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Title: States of Nature: Catastrophe, History and the Reconstruction of Spanish America
Authors: Fonseca Suárez, Carlos
Advisors: Nouzeilles, Gabriela
Gallo, Rubén
Contributors: Spanish and Portuguese Languages and Cultures Department
Keywords: 19th Century
Natural Catastrophe
Subjects: Latin American literature
Latin American studies
Latin American history
Issue Date: 2014
Publisher: Princeton, NJ : Princeton University
Abstract: States of Nature: Catastrophe, History, and the Reconstruction of Latin America explores the implications that a catastrophic paradigm of history had upon the transatlantic historiography of the so-called Age of Revolutions that brought the collapse of empires throughout the Americas. Through a study of the philosophical, literary as well as artistic representations of three catastrophic figures - chapters that focus on earthquakes, volcanoes and plagues - the dissertation aims to provide a critical model through which to understand the ways in which history and nature overlapped in the ideological, epistemological, as well as practical "reconstruction" of Spanish America that took place amidst the emergence of Latin America's modern nation states. Through the success of studies such as Benedict Anderson's Imagined Communities and Doris Sommer's Foundational Fictions, the historiography of the Latin American "long nineteenth century" - starting at the Haitian Revolution and going up to the Mexican Revolution - has been dominated by the study of national narratives as the place where ideological tensions were resolved against the figure of the emerging modern state. Despite their undeniable insights, these studies - by providing a harmonious, enlightened, progressive narrative of the emerging revolutions - fail to account for the violent character of Latin America's sudden, as well as singular, entrance into the modern landscape. I believe that it is time to explore what lies beyond the historiography of the "happy" national fictions. By analyzing how the figure of catastrophe disrupts the basic figures of enlightened historiography - representation, progress and rationality - each of the chapters explores the ways in which nature came to be seen, within the long nineteenth century, as the locus of disruptive historical events rather than organic unity.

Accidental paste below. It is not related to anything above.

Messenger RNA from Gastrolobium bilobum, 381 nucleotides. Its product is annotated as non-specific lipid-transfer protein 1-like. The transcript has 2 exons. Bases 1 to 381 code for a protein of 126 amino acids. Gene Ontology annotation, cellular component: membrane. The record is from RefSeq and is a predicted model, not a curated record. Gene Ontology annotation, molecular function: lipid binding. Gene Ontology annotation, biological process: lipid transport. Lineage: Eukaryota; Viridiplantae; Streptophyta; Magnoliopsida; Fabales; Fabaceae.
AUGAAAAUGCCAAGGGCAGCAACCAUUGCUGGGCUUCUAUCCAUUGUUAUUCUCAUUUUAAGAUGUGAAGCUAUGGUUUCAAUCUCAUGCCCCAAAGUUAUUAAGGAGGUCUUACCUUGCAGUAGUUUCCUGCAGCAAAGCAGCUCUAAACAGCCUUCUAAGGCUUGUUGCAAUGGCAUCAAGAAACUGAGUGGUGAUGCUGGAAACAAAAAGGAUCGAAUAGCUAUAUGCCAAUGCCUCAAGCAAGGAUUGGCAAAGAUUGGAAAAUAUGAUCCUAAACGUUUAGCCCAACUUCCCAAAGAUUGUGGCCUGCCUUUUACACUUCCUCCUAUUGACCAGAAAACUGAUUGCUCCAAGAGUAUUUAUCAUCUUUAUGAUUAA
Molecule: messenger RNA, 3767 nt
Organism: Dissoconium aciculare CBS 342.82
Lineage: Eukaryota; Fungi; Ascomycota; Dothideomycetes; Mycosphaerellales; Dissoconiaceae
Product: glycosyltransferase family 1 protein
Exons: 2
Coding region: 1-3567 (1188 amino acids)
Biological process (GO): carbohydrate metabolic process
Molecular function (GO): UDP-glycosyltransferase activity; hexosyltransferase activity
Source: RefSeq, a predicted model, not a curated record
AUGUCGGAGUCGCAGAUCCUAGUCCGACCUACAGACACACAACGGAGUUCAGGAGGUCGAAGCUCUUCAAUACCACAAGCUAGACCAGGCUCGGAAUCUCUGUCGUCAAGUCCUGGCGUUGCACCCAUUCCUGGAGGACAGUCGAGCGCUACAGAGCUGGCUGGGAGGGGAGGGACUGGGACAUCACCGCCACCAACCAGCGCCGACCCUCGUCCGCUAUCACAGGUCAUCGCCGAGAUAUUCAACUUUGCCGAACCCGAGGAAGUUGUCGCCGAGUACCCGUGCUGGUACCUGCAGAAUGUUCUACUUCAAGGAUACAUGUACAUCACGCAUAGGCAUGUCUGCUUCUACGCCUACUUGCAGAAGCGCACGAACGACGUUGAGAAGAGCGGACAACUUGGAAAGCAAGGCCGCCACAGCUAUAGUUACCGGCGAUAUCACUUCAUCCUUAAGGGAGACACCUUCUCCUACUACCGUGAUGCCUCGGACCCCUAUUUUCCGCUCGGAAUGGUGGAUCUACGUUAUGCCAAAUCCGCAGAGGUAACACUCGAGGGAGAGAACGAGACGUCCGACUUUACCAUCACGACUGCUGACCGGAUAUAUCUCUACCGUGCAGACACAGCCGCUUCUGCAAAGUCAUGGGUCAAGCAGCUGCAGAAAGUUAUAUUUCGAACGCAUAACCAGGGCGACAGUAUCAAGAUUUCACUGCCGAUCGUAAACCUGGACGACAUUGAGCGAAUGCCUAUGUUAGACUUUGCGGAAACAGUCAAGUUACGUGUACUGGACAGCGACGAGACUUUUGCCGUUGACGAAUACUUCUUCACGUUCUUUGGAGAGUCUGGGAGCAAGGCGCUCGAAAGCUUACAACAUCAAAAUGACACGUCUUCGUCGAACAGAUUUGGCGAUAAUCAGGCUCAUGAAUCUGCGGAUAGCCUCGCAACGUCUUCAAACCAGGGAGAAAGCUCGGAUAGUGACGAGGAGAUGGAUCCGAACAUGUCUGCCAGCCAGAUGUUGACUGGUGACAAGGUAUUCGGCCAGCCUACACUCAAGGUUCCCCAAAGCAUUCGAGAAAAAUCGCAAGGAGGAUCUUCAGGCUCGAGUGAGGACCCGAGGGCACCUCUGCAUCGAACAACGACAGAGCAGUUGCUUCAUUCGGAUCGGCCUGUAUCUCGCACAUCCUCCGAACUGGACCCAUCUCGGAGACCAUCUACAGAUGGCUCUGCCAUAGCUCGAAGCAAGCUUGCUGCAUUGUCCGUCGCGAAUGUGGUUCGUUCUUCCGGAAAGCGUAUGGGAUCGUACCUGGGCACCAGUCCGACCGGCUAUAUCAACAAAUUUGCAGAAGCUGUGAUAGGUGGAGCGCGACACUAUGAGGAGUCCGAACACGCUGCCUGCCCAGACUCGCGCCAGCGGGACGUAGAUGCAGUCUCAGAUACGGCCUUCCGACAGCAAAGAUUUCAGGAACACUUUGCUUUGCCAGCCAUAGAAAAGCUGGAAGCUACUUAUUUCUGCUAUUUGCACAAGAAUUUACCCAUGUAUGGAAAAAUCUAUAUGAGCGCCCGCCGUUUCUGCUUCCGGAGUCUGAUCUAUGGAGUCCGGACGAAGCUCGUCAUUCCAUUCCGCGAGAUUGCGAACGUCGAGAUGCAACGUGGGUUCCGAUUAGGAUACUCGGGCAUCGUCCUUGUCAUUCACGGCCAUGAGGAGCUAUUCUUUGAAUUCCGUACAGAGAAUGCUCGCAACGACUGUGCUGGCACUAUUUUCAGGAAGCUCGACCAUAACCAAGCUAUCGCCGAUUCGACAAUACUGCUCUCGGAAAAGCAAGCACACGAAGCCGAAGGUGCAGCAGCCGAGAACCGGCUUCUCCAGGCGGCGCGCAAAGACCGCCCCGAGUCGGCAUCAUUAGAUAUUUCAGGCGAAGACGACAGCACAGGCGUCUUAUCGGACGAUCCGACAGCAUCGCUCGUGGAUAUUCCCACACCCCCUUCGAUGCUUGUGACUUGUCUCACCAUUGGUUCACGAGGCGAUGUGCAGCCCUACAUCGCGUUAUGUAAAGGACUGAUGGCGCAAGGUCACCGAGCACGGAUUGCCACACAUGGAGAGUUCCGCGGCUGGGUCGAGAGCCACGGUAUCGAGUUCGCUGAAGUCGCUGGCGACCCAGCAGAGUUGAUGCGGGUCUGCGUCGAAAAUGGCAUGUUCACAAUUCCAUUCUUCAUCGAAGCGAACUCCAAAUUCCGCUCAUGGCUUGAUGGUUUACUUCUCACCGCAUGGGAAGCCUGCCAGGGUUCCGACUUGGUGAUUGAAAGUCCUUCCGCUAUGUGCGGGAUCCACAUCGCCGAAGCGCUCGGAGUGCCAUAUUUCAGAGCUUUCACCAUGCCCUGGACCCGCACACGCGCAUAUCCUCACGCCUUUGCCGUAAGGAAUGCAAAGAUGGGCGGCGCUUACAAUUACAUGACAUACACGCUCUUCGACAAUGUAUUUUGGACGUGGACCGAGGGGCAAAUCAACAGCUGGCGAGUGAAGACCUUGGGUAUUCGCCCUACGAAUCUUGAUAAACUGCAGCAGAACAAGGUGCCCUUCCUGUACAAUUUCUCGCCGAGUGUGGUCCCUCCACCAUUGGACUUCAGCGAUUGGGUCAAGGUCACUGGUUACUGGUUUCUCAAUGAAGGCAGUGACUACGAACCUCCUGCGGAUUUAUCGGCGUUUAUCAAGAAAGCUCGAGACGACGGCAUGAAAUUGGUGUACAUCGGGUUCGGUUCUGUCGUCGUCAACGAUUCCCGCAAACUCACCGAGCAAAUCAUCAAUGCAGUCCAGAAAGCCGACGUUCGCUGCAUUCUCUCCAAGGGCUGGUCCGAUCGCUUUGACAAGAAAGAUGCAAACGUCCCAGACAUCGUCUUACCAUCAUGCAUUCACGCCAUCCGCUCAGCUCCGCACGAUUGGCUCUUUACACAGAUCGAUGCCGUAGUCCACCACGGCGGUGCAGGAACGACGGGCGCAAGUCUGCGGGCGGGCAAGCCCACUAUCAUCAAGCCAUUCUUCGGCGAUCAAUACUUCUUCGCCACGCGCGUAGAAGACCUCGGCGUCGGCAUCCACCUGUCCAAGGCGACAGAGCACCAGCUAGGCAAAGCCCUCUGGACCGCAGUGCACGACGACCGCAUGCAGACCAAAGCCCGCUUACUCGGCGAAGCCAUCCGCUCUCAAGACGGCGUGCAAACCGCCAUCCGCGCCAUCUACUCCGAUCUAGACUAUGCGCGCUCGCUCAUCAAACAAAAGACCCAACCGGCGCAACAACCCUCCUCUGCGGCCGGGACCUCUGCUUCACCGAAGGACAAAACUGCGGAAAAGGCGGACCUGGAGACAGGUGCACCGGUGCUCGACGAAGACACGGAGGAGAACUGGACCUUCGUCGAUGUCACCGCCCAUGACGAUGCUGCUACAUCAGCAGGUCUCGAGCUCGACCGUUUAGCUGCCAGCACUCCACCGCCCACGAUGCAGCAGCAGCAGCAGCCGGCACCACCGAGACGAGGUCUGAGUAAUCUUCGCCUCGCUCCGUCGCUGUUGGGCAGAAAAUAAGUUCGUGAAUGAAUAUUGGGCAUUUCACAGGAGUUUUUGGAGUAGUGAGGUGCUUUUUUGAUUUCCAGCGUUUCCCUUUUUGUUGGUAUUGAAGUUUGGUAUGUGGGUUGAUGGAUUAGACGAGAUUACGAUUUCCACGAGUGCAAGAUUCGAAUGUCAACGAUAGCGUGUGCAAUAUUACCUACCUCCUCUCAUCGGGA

Alternate format: The Mudd Manuscript Library retains one bound copy of each dissertation. Search for these copies in the library's main catalog
Type of Material: Academic dissertations (Ph.D.)
Language: en
Appears in Collections:Spanish and Portuguese Languages and Cultures

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